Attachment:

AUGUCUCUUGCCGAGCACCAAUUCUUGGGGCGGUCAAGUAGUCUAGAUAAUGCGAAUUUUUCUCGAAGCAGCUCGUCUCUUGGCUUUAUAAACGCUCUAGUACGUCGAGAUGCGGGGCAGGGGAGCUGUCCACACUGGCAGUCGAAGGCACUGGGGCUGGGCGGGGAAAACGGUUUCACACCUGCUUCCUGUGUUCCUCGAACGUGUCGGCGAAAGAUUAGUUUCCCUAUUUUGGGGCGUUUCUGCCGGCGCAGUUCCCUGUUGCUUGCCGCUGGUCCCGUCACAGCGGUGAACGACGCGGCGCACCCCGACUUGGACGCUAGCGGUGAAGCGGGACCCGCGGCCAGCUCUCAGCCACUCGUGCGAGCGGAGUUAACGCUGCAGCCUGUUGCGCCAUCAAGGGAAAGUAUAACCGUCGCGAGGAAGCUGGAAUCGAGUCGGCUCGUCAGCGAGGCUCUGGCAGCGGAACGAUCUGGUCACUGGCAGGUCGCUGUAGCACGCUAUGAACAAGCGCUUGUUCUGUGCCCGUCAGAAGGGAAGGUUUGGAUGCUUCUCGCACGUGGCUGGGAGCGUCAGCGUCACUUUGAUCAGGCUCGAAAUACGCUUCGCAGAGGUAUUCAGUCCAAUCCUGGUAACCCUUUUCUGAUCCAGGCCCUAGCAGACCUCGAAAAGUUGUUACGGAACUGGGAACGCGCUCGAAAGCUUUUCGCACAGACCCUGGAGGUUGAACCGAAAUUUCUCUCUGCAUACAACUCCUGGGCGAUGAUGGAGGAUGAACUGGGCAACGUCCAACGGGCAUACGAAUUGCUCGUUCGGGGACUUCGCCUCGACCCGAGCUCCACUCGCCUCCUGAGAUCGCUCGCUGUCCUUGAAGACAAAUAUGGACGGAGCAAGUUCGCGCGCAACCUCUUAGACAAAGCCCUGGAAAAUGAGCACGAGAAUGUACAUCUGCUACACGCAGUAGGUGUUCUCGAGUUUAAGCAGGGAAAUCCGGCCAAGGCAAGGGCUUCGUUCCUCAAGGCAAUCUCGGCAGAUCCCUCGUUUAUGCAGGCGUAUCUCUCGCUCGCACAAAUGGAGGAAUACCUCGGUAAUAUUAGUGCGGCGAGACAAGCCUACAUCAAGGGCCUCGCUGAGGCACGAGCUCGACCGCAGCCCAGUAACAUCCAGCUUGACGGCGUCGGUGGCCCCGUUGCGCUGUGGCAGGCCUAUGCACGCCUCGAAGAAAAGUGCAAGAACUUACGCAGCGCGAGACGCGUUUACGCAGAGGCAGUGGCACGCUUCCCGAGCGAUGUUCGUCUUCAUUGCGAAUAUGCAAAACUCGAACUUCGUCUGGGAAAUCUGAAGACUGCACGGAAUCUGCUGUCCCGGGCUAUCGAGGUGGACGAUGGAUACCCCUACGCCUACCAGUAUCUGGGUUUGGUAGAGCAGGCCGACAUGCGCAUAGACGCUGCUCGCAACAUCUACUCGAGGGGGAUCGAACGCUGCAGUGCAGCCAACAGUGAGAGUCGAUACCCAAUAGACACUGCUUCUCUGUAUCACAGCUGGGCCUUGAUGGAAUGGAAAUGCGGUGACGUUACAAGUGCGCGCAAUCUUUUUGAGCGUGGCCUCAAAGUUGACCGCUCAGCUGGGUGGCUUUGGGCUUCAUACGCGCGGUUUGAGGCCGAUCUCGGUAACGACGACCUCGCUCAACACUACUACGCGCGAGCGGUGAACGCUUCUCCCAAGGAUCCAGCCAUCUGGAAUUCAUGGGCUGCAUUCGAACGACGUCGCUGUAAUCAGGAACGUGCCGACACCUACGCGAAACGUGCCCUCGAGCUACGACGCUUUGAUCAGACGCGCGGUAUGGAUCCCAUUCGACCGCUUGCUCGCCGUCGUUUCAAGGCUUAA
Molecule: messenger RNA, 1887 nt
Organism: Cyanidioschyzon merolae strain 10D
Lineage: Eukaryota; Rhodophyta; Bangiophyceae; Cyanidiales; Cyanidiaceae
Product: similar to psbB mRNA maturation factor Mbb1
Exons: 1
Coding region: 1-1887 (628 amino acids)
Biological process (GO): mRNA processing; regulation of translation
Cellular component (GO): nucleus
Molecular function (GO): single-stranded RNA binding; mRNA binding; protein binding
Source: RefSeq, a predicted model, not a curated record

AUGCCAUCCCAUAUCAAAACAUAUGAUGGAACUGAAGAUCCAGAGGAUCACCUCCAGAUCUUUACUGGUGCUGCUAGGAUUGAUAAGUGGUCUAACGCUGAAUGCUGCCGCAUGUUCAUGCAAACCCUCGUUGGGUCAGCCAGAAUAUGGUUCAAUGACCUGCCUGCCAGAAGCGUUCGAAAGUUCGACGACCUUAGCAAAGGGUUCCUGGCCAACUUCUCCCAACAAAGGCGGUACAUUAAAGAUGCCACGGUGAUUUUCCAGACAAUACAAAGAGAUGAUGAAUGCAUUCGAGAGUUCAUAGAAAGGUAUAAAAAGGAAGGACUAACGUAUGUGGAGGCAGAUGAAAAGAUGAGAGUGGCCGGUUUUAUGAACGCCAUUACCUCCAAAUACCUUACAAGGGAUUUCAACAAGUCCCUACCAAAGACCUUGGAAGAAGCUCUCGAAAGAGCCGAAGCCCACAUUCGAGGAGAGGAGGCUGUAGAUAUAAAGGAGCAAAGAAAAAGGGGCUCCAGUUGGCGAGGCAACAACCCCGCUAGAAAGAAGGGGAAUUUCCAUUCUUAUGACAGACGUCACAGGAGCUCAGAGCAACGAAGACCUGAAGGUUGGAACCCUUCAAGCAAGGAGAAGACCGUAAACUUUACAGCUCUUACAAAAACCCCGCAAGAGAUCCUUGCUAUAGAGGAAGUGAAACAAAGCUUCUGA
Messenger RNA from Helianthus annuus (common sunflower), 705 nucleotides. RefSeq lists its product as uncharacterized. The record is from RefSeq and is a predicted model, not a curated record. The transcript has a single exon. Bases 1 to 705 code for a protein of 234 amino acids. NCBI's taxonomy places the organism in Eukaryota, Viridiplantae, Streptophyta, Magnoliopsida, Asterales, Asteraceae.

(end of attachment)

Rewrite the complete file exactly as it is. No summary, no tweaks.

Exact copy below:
AUGUCUCUUGCCGAGCACCAAUUCUUGGGGCGGUCAAGUAGUCUAGAUAAUGCGAAUUUUUCUCGAAGCAGCUCGUCUCUUGGCUUUAUAAACGCUCUAGUACGUCGAGAUGCGGGGCAGGGGAGCUGUCCACACUGGCAGUCGAAGGCACUGGGGCUGGGCGGGGAAAACGGUUUCACACCUGCUUCCUGUGUUCCUCGAACGUGUCGGCGAAAGAUUAGUUUCCCUAUUUUGGGGCGUUUCUGCCGGCGCAGUUCCCUGUUGCUUGCCGCUGGUCCCGUCACAGCGGUGAACGACGCGGCGCACCCCGACUUGGACGCUAGCGGUGAAGCGGGACCCGCGGCCAGCUCUCAGCCACUCGUGCGAGCGGAGUUAACGCUGCAGCCUGUUGCGCCAUCAAGGGAAAGUAUAACCGUCGCGAGGAAGCUGGAAUCGAGUCGGCUCGUCAGCGAGGCUCUGGCAGCGGAACGAUCUGGUCACUGGCAGGUCGCUGUAGCACGCUAUGAACAAGCGCUUGUUCUGUGCCCGUCAGAAGGGAAGGUUUGGAUGCUUCUCGCACGUGGCUGGGAGCGUCAGCGUCACUUUGAUCAGGCUCGAAAUACGCUUCGCAGAGGUAUUCAGUCCAAUCCUGGUAACCCUUUUCUGAUCCAGGCCCUAGCAGACCUCGAAAAGUUGUUACGGAACUGGGAACGCGCUCGAAAGCUUUUCGCACAGACCCUGGAGGUUGAACCGAAAUUUCUCUCUGCAUACAACUCCUGGGCGAUGAUGGAGGAUGAACUGGGCAACGUCCAACGGGCAUACGAAUUGCUCGUUCGGGGACUUCGCCUCGACCCGAGCUCCACUCGCCUCCUGAGAUCGCUCGCUGUCCUUGAAGACAAAUAUGGACGGAGCAAGUUCGCGCGCAACCUCUUAGACAAAGCCCUGGAAAAUGAGCACGAGAAUGUACAUCUGCUACACGCAGUAGGUGUUCUCGAGUUUAAGCAGGGAAAUCCGGCCAAGGCAAGGGCUUCGUUCCUCAAGGCAAUCUCGGCAGAUCCCUCGUUUAUGCAGGCGUAUCUCUCGCUCGCACAAAUGGAGGAAUACCUCGGUAAUAUUAGUGCGGCGAGACAAGCCUACAUCAAGGGCCUCGCUGAGGCACGAGCUCGACCGCAGCCCAGUAACAUCCAGCUUGACGGCGUCGGUGGCCCCGUUGCGCUGUGGCAGGCCUAUGCACGCCUCGAAGAAAAGUGCAAGAACUUACGCAGCGCGAGACGCGUUUACGCAGAGGCAGUGGCACGCUUCCCGAGCGAUGUUCGUCUUCAUUGCGAAUAUGCAAAACUCGAACUUCGUCUGGGAAAUCUGAAGACUGCACGGAAUCUGCUGUCCCGGGCUAUCGAGGUGGACGAUGGAUACCCCUACGCCUACCAGUAUCUGGGUUUGGUAGAGCAGGCCGACAUGCGCAUAGACGCUGCUCGCAACAUCUACUCGAGGGGGAUCGAACGCUGCAGUGCAGCCAACAGUGAGAGUCGAUACCCAAUAGACACUGCUUCUCUGUAUCACAGCUGGGCCUUGAUGGAAUGGAAAUGCGGUGACGUUACAAGUGCGCGCAAUCUUUUUGAGCGUGGCCUCAAAGUUGACCGCUCAGCUGGGUGGCUUUGGGCUUCAUACGCGCGGUUUGAGGCCGAUCUCGGUAACGACGACCUCGCUCAACACUACUACGCGCGAGCGGUGAACGCUUCUCCCAAGGAUCCAGCCAUCUGGAAUUCAUGGGCUGCAUUCGAACGACGUCGCUGUAAUCAGGAACGUGCCGACACCUACGCGAAACGUGCCCUCGAGCUACGACGCUUUGAUCAGACGCGCGGUAUGGAUCCCAUUCGACCGCUUGCUCGCCGUCGUUUCAAGGCUUAA
Molecule: messenger RNA, 1887 nt
Organism: Cyanidioschyzon merolae strain 10D
Lineage: Eukaryota; Rhodophyta; Bangiophyceae; Cyanidiales; Cyanidiaceae
Product: similar to psbB mRNA maturation factor Mbb1
Exons: 1
Coding region: 1-1887 (628 amino acids)
Biological process (GO): mRNA processing; regulation of translation
Cellular component (GO): nucleus
Molecular function (GO): single-stranded RNA binding; mRNA binding; protein binding
Source: RefSeq, a predicted model, not a curated record

AUGCCAUCCCAUAUCAAAACAUAUGAUGGAACUGAAGAUCCAGAGGAUCACCUCCAGAUCUUUACUGGUGCUGCUAGGAUUGAUAAGUGGUCUAACGCUGAAUGCUGCCGCAUGUUCAUGCAAACCCUCGUUGGGUCAGCCAGAAUAUGGUUCAAUGACCUGCCUGCCAGAAGCGUUCGAAAGUUCGACGACCUUAGCAAAGGGUUCCUGGCCAACUUCUCCCAACAAAGGCGGUACAUUAAAGAUGCCACGGUGAUUUUCCAGACAAUACAAAGAGAUGAUGAAUGCAUUCGAGAGUUCAUAGAAAGGUAUAAAAAGGAAGGACUAACGUAUGUGGAGGCAGAUGAAAAGAUGAGAGUGGCCGGUUUUAUGAACGCCAUUACCUCCAAAUACCUUACAAGGGAUUUCAACAAGUCCCUACCAAAGACCUUGGAAGAAGCUCUCGAAAGAGCCGAAGCCCACAUUCGAGGAGAGGAGGCUGUAGAUAUAAAGGAGCAAAGAAAAAGGGGCUCCAGUUGGCGAGGCAACAACCCCGCUAGAAAGAAGGGGAAUUUCCAUUCUUAUGACAGACGUCACAGGAGCUCAGAGCAACGAAGACCUGAAGGUUGGAACCCUUCAAGCAAGGAGAAGACCGUAAACUUUACAGCUCUUACAAAAACCCCGCAAGAGAUCCUUGCUAUAGAGGAAGUGAAACAAAGCUUCUGA
Messenger RNA from Helianthus annuus (common sunflower), 705 nucleotides. RefSeq lists its product as uncharacterized. The record is from RefSeq and is a predicted model, not a curated record. The transcript has a single exon. Bases 1 to 705 code for a protein of 234 amino acids. NCBI's taxonomy places the organism in Eukaryota, Viridiplantae, Streptophyta, Magnoliopsida, Asterales, Asteraceae.